Family Planning & Reproductive Health

FY2017 Funding Recommendation:  
$1 billion


Funding History


       President's FY2017 Request   

       InterAction's FY2017 Recommendation

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 Key Facts

For FY2017, we recommend a total of $1 billion for family planning and reproductive health programs (FP/RH), both bilateral and multilateral, with funding provided from the Global Health Programs account and the Economic Support Fund, as well as from the International Organizations and Programs account in order to provide a $65 million voluntary contribution to the United Nations Population Fund (UNFPA).

A total of $607.5 million (of which $32.5 million is designated for the UNFPA) is appropriated for U.S. assistance for family planning and reproductive health programs for FY2016. This level of funding makes it possible to achieve the following:

  • Provide 28 million women and couples with contraceptive services and supplies;

  • Avert 6 million unintended pregnancies, including 3 million unplanned births;

  • Prevent 2.4 million induced abortions (1.9 million of them unsafe); and

  • Prevent 12,000 maternal deaths due to complications during pregnancy and child birth.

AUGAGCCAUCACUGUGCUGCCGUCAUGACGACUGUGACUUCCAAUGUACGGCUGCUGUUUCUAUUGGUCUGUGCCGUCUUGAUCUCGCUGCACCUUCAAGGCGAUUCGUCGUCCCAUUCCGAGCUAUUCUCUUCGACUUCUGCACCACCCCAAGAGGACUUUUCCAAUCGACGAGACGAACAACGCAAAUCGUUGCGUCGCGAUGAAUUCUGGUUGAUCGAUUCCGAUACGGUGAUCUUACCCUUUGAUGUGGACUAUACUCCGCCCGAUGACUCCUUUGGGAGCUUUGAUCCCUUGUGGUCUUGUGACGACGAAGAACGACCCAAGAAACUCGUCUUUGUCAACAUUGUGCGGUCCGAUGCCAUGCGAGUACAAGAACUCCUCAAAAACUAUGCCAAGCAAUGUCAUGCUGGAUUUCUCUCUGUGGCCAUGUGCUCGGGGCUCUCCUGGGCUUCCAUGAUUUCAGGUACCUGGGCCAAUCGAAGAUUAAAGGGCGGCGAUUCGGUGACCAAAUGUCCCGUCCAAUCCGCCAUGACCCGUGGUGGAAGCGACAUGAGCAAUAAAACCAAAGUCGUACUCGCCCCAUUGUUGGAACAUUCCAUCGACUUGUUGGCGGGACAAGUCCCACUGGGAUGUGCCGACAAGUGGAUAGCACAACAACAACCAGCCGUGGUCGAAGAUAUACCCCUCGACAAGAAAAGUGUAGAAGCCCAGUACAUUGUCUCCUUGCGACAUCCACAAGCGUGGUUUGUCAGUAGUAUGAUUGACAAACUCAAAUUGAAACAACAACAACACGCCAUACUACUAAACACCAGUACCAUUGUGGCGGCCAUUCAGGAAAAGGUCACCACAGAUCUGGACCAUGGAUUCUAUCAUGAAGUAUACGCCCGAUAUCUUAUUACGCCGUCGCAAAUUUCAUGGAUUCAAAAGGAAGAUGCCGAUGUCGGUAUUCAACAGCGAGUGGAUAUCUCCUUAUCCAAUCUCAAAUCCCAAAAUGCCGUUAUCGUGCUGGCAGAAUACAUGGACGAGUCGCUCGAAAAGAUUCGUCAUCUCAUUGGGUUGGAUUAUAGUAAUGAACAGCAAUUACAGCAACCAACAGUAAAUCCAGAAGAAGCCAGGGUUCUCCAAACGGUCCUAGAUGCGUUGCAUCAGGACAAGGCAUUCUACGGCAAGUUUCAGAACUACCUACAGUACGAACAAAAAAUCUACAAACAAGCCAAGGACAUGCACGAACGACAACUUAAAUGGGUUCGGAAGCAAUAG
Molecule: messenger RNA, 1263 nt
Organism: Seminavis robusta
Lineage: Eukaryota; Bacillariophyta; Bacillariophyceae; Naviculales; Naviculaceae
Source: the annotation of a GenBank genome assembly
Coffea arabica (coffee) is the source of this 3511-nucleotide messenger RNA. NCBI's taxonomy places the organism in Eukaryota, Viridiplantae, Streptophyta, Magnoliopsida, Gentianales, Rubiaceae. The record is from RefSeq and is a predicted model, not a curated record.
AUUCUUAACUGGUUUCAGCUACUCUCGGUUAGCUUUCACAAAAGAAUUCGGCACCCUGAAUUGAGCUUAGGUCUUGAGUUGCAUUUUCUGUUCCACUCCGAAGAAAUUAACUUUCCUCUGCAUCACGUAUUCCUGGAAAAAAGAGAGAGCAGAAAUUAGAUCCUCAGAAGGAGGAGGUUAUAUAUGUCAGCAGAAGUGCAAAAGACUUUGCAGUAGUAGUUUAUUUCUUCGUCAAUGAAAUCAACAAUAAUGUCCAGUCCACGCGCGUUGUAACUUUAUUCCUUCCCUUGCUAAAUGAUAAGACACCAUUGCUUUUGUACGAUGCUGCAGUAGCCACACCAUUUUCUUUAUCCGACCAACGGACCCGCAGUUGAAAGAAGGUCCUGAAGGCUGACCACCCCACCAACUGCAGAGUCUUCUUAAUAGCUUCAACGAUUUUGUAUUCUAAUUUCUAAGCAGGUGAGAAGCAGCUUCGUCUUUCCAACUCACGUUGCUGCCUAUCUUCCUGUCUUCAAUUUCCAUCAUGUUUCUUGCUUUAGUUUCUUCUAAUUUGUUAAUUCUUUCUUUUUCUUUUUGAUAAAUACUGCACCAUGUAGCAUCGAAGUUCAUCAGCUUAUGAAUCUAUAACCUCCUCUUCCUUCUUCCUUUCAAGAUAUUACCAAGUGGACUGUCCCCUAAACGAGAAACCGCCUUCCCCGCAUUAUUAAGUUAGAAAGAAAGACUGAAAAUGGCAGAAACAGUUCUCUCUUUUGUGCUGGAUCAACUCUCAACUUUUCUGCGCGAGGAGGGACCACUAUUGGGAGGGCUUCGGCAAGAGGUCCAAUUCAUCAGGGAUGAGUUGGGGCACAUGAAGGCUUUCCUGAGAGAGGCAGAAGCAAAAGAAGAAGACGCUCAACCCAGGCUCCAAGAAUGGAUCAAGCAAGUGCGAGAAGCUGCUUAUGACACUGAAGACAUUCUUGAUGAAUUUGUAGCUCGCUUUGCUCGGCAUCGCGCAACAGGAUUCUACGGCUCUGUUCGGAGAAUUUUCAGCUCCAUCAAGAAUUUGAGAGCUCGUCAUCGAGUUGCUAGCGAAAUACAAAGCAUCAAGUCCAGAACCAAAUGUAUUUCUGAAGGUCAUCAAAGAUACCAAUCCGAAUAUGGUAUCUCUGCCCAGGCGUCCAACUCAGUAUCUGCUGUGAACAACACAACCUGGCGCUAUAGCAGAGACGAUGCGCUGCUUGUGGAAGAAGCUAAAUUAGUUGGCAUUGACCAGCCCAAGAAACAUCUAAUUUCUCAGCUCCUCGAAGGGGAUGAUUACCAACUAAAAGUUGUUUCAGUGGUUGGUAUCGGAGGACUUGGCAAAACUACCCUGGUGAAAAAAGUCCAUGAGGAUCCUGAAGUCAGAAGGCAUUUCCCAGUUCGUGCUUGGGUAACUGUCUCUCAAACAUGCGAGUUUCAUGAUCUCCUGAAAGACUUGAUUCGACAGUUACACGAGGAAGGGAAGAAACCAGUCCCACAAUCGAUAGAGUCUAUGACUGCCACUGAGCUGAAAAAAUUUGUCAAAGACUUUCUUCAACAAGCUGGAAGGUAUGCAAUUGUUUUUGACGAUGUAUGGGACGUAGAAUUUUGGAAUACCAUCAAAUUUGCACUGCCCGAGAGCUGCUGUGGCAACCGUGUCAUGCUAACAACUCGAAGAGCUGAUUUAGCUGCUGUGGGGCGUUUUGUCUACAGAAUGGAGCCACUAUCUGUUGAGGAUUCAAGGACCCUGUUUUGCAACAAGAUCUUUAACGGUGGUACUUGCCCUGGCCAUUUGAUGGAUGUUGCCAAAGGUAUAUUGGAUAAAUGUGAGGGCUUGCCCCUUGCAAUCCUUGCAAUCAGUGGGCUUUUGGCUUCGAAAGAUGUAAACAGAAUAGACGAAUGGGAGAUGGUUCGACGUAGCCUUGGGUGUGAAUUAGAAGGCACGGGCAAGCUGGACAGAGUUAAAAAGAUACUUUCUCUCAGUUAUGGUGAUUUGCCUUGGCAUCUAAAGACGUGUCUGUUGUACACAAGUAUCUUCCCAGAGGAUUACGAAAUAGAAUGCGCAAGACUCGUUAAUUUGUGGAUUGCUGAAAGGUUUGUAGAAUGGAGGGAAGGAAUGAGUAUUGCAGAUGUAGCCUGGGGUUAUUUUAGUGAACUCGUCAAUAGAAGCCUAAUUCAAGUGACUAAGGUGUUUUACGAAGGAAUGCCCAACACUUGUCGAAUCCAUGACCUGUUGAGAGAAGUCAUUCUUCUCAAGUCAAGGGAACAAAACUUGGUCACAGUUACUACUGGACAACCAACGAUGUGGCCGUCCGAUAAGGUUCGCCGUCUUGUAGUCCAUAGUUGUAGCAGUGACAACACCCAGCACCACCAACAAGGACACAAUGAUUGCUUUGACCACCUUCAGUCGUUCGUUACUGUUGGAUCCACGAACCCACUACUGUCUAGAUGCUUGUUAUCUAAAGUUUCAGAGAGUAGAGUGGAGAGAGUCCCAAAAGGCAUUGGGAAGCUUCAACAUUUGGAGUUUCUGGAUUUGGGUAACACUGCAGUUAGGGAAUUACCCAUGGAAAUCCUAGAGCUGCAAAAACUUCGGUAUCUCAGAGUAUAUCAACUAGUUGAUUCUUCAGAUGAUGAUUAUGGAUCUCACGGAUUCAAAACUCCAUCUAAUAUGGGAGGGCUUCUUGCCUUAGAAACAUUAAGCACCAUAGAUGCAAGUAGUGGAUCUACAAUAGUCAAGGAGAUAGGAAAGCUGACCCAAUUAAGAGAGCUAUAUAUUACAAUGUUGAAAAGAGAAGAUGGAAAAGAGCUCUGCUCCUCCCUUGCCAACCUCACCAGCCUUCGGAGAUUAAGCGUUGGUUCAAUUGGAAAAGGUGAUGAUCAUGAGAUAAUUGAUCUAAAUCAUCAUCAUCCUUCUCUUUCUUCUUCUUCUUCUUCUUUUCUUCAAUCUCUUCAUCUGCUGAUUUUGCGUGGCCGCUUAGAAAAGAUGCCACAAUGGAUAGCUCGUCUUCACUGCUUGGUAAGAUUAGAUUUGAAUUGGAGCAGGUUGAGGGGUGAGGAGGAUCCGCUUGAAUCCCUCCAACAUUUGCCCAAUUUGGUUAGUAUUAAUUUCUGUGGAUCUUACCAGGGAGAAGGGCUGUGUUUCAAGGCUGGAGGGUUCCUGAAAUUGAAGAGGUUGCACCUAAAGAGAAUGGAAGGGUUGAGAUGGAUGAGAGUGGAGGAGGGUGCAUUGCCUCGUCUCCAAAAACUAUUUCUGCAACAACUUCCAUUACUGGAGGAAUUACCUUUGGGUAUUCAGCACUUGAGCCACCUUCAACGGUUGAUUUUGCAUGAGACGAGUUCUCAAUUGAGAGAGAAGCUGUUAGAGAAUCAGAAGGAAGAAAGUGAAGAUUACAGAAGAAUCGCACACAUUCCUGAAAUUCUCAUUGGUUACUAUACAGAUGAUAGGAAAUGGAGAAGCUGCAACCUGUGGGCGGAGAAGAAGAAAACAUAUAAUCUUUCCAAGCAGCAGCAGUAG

USAID estimates that greater access to family planning each year has the potential to save the lives of 1.4 million children under the age of five in its priority countries. Despite these investments, an estimated 225 million women in developing countries want to choose the number, timing, and spacing of their pregnancies, but lack access or face barriers to family planning methods.

Every day, approximately 800 women in developing countries die from preventable causes related to pregnancy, and unsafe abortion remains a major cause of these unacceptably high maternal mortality rates. Addressing the demand for access to reproductive health services, including a full range of contraceptive methods, will improve maternal and child health, reduce unintended pregnancies, lower HIV infection rates, enhance women’s and girls’ education, raise standards of living, and support more sustainable development.

Such additional investments would yield tangible benefits. For each additional $10 million the U.S. invests in international family planning and reproductive health assistance:

  • 460,000 more women and couples would receive contraceptive services and supplies;

  • 97,000 fewer unintended pregnancies, including 45,000 fewer unplanned births, would occur;

  • 39,000 fewer abortions would take place (of which 30,000 would have been unsafe); and

  • 200 fewer maternal deaths would occur.

Unfortunately, U.S. funding commitments have continued to erode. Since 1995, U.S. financial assistance has declined by one-third when adjusted for inflation. The number of women of reproductive age in developing countries has grown by more than 350 million during the same time period. In addition, the appropriated level for overseas FP/RH programs has fallen $41 million or over 6% since FY2010.

Success Story

Community-Based Family Planning in Zambia